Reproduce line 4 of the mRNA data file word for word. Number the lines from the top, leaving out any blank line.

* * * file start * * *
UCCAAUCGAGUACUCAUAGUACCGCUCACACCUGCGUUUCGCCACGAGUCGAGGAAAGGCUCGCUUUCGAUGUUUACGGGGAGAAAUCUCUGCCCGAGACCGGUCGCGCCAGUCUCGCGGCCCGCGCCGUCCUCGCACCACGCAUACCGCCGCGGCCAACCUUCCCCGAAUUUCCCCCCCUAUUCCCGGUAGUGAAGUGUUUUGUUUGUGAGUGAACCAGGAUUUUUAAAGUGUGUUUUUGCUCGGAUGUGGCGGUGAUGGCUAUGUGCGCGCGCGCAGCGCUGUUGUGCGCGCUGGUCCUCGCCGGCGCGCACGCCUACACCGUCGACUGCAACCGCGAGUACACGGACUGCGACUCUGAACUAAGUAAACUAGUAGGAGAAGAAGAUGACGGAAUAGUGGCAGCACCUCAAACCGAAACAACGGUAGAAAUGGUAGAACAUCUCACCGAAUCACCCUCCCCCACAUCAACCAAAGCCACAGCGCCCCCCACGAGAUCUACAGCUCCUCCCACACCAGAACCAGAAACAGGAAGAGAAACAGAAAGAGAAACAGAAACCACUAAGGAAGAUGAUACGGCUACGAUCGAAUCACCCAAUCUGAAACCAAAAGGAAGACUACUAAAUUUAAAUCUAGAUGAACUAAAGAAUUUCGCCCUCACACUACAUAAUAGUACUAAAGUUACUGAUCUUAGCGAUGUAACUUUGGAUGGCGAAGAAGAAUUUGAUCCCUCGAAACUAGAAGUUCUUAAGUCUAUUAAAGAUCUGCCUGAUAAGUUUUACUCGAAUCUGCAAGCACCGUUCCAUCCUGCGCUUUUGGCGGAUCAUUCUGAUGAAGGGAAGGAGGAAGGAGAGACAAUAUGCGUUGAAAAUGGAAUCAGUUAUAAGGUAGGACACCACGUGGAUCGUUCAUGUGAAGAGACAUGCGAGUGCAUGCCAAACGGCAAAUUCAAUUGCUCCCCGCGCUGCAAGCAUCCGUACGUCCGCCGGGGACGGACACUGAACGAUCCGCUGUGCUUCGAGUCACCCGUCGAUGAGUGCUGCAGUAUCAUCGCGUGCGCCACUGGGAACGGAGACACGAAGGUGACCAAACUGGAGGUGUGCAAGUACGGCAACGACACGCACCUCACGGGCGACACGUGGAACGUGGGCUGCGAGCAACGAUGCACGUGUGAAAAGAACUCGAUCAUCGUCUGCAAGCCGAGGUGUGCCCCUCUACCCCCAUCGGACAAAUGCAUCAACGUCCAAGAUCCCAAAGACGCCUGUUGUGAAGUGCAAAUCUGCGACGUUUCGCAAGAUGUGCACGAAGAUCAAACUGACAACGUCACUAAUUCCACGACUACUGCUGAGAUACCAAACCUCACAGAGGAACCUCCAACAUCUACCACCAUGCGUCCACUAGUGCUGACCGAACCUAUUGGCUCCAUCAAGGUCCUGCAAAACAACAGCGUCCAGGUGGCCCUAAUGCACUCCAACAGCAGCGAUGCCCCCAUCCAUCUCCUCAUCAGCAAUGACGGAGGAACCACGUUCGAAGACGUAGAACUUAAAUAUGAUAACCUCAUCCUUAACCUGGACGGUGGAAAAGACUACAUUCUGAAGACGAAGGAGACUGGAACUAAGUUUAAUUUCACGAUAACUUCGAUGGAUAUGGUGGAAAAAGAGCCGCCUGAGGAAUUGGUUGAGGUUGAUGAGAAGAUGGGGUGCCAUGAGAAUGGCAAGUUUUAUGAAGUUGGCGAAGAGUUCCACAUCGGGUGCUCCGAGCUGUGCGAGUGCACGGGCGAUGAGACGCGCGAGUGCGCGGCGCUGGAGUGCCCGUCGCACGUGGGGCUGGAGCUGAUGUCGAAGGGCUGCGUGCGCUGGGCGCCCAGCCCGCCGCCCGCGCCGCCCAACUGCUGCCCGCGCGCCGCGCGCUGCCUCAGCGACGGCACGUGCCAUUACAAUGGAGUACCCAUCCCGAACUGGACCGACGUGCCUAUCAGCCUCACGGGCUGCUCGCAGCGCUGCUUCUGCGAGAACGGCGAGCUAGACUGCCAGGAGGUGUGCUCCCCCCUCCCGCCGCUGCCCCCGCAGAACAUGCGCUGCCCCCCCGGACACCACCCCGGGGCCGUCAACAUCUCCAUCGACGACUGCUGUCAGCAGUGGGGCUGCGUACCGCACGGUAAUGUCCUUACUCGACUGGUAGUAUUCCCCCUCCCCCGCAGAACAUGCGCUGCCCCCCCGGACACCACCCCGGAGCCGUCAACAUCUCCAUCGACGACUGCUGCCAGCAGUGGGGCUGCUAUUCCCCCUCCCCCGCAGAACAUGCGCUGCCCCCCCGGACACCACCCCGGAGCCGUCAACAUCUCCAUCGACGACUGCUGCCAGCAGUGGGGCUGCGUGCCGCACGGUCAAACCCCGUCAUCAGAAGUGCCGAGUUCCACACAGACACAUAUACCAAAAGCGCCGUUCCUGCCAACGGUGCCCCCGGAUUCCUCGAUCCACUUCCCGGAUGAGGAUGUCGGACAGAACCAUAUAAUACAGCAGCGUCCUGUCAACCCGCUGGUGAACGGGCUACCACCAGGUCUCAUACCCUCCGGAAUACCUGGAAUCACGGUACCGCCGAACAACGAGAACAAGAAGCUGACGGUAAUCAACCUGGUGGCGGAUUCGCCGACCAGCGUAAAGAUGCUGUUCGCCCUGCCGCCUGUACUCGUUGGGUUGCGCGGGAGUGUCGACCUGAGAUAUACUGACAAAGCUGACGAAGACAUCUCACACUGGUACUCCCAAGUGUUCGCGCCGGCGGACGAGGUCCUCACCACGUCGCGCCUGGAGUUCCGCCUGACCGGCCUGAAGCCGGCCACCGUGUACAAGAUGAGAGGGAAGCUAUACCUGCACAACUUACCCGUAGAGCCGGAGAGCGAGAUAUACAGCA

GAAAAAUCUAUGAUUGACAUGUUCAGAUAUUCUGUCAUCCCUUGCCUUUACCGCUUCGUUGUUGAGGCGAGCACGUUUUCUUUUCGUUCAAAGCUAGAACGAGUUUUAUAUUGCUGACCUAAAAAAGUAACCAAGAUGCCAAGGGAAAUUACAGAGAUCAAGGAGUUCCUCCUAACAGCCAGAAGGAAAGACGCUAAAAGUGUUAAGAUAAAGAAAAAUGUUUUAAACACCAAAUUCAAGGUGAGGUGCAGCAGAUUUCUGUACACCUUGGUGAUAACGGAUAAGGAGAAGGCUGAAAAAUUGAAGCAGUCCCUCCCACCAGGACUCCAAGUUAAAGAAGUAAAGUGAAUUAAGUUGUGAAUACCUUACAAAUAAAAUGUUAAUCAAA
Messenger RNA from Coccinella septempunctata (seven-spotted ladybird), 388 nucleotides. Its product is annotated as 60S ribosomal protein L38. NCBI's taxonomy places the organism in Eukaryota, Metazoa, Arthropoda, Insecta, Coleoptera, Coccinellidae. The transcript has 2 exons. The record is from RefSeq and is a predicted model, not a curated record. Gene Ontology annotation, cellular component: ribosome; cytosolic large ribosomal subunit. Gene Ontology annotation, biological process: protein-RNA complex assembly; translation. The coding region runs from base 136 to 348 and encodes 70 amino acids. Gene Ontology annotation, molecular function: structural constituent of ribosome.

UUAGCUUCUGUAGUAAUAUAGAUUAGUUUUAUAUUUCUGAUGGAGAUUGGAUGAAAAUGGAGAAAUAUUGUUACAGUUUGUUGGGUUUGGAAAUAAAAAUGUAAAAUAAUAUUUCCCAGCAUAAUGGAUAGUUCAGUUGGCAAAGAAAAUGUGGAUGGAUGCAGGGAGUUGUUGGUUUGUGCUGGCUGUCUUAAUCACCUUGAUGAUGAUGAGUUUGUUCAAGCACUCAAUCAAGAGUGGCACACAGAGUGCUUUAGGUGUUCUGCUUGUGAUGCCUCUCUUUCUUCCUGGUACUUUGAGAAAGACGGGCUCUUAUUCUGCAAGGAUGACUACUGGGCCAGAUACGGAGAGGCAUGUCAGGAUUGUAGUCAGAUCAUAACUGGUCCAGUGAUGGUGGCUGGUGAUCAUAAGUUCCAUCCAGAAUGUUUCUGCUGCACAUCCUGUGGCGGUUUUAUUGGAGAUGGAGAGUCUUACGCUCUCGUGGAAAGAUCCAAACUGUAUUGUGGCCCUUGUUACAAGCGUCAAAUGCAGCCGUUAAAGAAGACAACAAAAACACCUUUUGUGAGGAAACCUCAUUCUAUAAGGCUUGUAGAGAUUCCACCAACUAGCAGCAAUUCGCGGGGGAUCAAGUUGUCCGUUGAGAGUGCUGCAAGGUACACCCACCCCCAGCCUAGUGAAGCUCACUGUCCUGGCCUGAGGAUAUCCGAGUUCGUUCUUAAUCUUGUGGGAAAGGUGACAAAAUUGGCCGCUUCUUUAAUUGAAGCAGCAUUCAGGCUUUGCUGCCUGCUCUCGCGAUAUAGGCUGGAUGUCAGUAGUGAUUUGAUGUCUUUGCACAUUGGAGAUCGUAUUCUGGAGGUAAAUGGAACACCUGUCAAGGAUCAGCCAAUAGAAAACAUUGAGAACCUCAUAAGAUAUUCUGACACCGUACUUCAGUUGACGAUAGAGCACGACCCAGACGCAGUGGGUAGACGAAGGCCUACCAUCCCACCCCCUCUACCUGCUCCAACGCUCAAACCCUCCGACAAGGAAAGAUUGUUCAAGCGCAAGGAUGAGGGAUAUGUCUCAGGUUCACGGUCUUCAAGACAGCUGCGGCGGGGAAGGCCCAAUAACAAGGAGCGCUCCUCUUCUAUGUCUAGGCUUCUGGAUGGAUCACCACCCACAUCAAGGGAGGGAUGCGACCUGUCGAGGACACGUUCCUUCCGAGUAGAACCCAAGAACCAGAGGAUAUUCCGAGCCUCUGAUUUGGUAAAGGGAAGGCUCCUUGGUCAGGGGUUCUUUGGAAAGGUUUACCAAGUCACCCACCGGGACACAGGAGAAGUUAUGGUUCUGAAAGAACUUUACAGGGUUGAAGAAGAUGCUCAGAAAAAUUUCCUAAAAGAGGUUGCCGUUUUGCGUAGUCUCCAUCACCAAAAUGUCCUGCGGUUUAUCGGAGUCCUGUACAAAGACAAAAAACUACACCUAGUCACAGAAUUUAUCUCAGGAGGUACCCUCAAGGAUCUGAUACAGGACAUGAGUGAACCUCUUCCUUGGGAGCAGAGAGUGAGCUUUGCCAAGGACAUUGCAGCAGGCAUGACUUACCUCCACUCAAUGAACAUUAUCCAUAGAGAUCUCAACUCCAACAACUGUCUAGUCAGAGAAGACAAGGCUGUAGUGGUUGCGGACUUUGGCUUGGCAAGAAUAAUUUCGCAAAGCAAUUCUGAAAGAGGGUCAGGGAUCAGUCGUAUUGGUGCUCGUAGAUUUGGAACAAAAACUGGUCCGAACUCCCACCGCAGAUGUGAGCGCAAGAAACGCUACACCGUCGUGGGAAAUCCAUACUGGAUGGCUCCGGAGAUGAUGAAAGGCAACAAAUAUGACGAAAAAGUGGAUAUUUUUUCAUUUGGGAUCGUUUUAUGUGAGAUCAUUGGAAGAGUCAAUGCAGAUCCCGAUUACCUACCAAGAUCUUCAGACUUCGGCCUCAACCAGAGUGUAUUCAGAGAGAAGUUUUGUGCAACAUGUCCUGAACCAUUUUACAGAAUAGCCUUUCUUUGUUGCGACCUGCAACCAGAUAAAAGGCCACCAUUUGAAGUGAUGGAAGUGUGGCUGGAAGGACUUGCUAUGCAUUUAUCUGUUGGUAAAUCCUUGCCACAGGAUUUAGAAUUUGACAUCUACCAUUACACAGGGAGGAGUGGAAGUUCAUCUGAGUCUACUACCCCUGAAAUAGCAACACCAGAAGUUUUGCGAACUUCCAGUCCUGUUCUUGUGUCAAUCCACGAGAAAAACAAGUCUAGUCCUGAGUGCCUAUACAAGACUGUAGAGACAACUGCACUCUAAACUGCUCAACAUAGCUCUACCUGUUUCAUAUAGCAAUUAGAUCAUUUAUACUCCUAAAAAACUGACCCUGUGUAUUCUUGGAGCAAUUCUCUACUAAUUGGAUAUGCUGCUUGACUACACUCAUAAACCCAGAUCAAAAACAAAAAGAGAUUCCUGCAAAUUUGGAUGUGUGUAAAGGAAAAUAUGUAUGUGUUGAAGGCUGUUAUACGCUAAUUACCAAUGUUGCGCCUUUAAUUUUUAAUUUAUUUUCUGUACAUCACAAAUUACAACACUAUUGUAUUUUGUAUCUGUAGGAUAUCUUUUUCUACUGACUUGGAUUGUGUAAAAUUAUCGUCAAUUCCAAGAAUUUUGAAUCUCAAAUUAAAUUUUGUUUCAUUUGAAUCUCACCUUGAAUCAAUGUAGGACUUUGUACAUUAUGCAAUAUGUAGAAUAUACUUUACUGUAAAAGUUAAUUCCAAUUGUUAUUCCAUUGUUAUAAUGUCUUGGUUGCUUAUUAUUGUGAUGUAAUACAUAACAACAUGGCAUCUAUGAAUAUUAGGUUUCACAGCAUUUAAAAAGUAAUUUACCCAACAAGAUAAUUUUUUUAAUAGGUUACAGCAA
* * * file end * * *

UUAGCUUCUGUAGUAAUAUAGAUUAGUUUUAUAUUUCUGAUGGAGAUUGGAUGAAAAUGGAGAAAUAUUGUUACAGUUUGUUGGGUUUGGAAAUAAAAAUGUAAAAUAAUAUUUCCCAGCAUAAUGGAUAGUUCAGUUGGCAAAGAAAAUGUGGAUGGAUGCAGGGAGUUGUUGGUUUGUGCUGGCUGUCUUAAUCACCUUGAUGAUGAUGAGUUUGUUCAAGCACUCAAUCAAGAGUGGCACACAGAGUGCUUUAGGUGUUCUGCUUGUGAUGCCUCUCUUUCUUCCUGGUACUUUGAGAAAGACGGGCUCUUAUUCUGCAAGGAUGACUACUGGGCCAGAUACGGAGAGGCAUGUCAGGAUUGUAGUCAGAUCAUAACUGGUCCAGUGAUGGUGGCUGGUGAUCAUAAGUUCCAUCCAGAAUGUUUCUGCUGCACAUCCUGUGGCGGUUUUAUUGGAGAUGGAGAGUCUUACGCUCUCGUGGAAAGAUCCAAACUGUAUUGUGGCCCUUGUUACAAGCGUCAAAUGCAGCCGUUAAAGAAGACAACAAAAACACCUUUUGUGAGGAAACCUCAUUCUAUAAGGCUUGUAGAGAUUCCACCAACUAGCAGCAAUUCGCGGGGGAUCAAGUUGUCCGUUGAGAGUGCUGCAAGGUACACCCACCCCCAGCCUAGUGAAGCUCACUGUCCUGGCCUGAGGAUAUCCGAGUUCGUUCUUAAUCUUGUGGGAAAGGUGACAAAAUUGGCCGCUUCUUUAAUUGAAGCAGCAUUCAGGCUUUGCUGCCUGCUCUCGCGAUAUAGGCUGGAUGUCAGUAGUGAUUUGAUGUCUUUGCACAUUGGAGAUCGUAUUCUGGAGGUAAAUGGAACACCUGUCAAGGAUCAGCCAAUAGAAAACAUUGAGAACCUCAUAAGAUAUUCUGACACCGUACUUCAGUUGACGAUAGAGCACGACCCAGACGCAGUGGGUAGACGAAGGCCUACCAUCCCACCCCCUCUACCUGCUCCAACGCUCAAACCCUCCGACAAGGAAAGAUUGUUCAAGCGCAAGGAUGAGGGAUAUGUCUCAGGUUCACGGUCUUCAAGACAGCUGCGGCGGGGAAGGCCCAAUAACAAGGAGCGCUCCUCUUCUAUGUCUAGGCUUCUGGAUGGAUCACCACCCACAUCAAGGGAGGGAUGCGACCUGUCGAGGACACGUUCCUUCCGAGUAGAACCCAAGAACCAGAGGAUAUUCCGAGCCUCUGAUUUGGUAAAGGGAAGGCUCCUUGGUCAGGGGUUCUUUGGAAAGGUUUACCAAGUCACCCACCGGGACACAGGAGAAGUUAUGGUUCUGAAAGAACUUUACAGGGUUGAAGAAGAUGCUCAGAAAAAUUUCCUAAAAGAGGUUGCCGUUUUGCGUAGUCUCCAUCACCAAAAUGUCCUGCGGUUUAUCGGAGUCCUGUACAAAGACAAAAAACUACACCUAGUCACAGAAUUUAUCUCAGGAGGUACCCUCAAGGAUCUGAUACAGGACAUGAGUGAACCUCUUCCUUGGGAGCAGAGAGUGAGCUUUGCCAAGGACAUUGCAGCAGGCAUGACUUACCUCCACUCAAUGAACAUUAUCCAUAGAGAUCUCAACUCCAACAACUGUCUAGUCAGAGAAGACAAGGCUGUAGUGGUUGCGGACUUUGGCUUGGCAAGAAUAAUUUCGCAAAGCAAUUCUGAAAGAGGGUCAGGGAUCAGUCGUAUUGGUGCUCGUAGAUUUGGAACAAAAACUGGUCCGAACUCCCACCGCAGAUGUGAGCGCAAGAAACGCUACACCGUCGUGGGAAAUCCAUACUGGAUGGCUCCGGAGAUGAUGAAAGGCAACAAAUAUGACGAAAAAGUGGAUAUUUUUUCAUUUGGGAUCGUUUUAUGUGAGAUCAUUGGAAGAGUCAAUGCAGAUCCCGAUUACCUACCAAGAUCUUCAGACUUCGGCCUCAACCAGAGUGUAUUCAGAGAGAAGUUUUGUGCAACAUGUCCUGAACCAUUUUACAGAAUAGCCUUUCUUUGUUGCGACCUGCAACCAGAUAAAAGGCCACCAUUUGAAGUGAUGGAAGUGUGGCUGGAAGGACUUGCUAUGCAUUUAUCUGUUGGUAAAUCCUUGCCACAGGAUUUAGAAUUUGACAUCUACCAUUACACAGGGAGGAGUGGAAGUUCAUCUGAGUCUACUACCCCUGAAAUAGCAACACCAGAAGUUUUGCGAACUUCCAGUCCUGUUCUUGUGUCAAUCCACGAGAAAAACAAGUCUAGUCCUGAGUGCCUAUACAAGACUGUAGAGACAACUGCACUCUAAACUGCUCAACAUAGCUCUACCUGUUUCAUAUAGCAAUUAGAUCAUUUAUACUCCUAAAAAACUGACCCUGUGUAUUCUUGGAGCAAUUCUCUACUAAUUGGAUAUGCUGCUUGACUACACUCAUAAACCCAGAUCAAAAACAAAAAGAGAUUCCUGCAAAUUUGGAUGUGUGUAAAGGAAAAUAUGUAUGUGUUGAAGGCUGUUAUACGCUAAUUACCAAUGUUGCGCCUUUAAUUUUUAAUUUAUUUUCUGUACAUCACAAAUUACAACACUAUUGUAUUUUGUAUCUGUAGGAUAUCUUUUUCUACUGACUUGGAUUGUGUAAAAUUAUCGUCAAUUCCAAGAAUUUUGAAUCUCAAAUUAAAUUUUGUUUCAUUUGAAUCUCACCUUGAAUCAAUGUAGGACUUUGUACAUUAUGCAAUAUGUAGAAUAUACUUUACUGUAAAAGUUAAUUCCAAUUGUUAUUCCAUUGUUAUAAUGUCUUGGUUGCUUAUUAUUGUGAUGUAAUACAUAACAACAUGGCAUCUAUGAAUAUUAGGUUUCACAGCAUUUAAAAAGUAAUUUACCCAACAAGAUAAUUUUUUUAAUAGGUUACAGCAA